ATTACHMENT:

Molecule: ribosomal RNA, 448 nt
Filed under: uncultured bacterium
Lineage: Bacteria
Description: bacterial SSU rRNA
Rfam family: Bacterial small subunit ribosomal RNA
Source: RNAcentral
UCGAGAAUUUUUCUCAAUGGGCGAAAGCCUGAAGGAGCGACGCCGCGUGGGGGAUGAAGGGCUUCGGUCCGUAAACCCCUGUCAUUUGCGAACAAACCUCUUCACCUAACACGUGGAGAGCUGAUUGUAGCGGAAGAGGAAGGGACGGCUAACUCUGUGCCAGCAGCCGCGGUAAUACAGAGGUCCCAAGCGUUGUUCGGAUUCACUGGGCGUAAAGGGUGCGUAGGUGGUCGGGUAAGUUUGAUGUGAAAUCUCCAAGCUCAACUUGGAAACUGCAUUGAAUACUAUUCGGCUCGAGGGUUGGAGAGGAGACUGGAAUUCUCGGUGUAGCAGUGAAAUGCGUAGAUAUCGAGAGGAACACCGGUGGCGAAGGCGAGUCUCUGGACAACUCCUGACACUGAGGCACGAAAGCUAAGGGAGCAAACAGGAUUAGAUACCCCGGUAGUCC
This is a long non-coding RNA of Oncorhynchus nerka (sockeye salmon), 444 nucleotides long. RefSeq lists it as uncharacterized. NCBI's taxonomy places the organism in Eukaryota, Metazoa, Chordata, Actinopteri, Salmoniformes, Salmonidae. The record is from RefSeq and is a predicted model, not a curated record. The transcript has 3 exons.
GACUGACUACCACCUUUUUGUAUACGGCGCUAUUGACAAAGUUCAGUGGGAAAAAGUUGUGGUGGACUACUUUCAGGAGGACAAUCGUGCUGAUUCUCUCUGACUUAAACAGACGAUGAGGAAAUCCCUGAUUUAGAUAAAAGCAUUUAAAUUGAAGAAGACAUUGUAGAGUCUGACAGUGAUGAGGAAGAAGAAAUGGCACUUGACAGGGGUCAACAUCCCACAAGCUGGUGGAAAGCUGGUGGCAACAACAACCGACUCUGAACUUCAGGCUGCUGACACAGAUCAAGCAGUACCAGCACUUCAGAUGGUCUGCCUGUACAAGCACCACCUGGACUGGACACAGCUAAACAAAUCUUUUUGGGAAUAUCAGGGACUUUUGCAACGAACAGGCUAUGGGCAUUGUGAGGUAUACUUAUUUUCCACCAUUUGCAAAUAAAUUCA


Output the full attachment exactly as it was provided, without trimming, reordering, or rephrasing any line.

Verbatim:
Molecule: ribosomal RNA, 448 nt
Filed under: uncultured bacterium
Lineage: Bacteria
Description: bacterial SSU rRNA
Rfam family: Bacterial small subunit ribosomal RNA
Source: RNAcentral
UCGAGAAUUUUUCUCAAUGGGCGAAAGCCUGAAGGAGCGACGCCGCGUGGGGGAUGAAGGGCUUCGGUCCGUAAACCCCUGUCAUUUGCGAACAAACCUCUUCACCUAACACGUGGAGAGCUGAUUGUAGCGGAAGAGGAAGGGACGGCUAACUCUGUGCCAGCAGCCGCGGUAAUACAGAGGUCCCAAGCGUUGUUCGGAUUCACUGGGCGUAAAGGGUGCGUAGGUGGUCGGGUAAGUUUGAUGUGAAAUCUCCAAGCUCAACUUGGAAACUGCAUUGAAUACUAUUCGGCUCGAGGGUUGGAGAGGAGACUGGAAUUCUCGGUGUAGCAGUGAAAUGCGUAGAUAUCGAGAGGAACACCGGUGGCGAAGGCGAGUCUCUGGACAACUCCUGACACUGAGGCACGAAAGCUAAGGGAGCAAACAGGAUUAGAUACCCCGGUAGUCC
This is a long non-coding RNA of Oncorhynchus nerka (sockeye salmon), 444 nucleotides long. RefSeq lists it as uncharacterized. NCBI's taxonomy places the organism in Eukaryota, Metazoa, Chordata, Actinopteri, Salmoniformes, Salmonidae. The record is from RefSeq and is a predicted model, not a curated record. The transcript has 3 exons.
GACUGACUACCACCUUUUUGUAUACGGCGCUAUUGACAAAGUUCAGUGGGAAAAAGUUGUGGUGGACUACUUUCAGGAGGACAAUCGUGCUGAUUCUCUCUGACUUAAACAGACGAUGAGGAAAUCCCUGAUUUAGAUAAAAGCAUUUAAAUUGAAGAAGACAUUGUAGAGUCUGACAGUGAUGAGGAAGAAGAAAUGGCACUUGACAGGGGUCAACAUCCCACAAGCUGGUGGAAAGCUGGUGGCAACAACAACCGACUCUGAACUUCAGGCUGCUGACACAGAUCAAGCAGUACCAGCACUUCAGAUGGUCUGCCUGUACAAGCACCACCUGGACUGGACACAGCUAAACAAAUCUUUUUGGGAAUAUCAGGGACUUUUGCAACGAACAGGCUAUGGGCAUUGUGAGGUAUACUUAUUUUCCACCAUUUGCAAAUAAAUUCA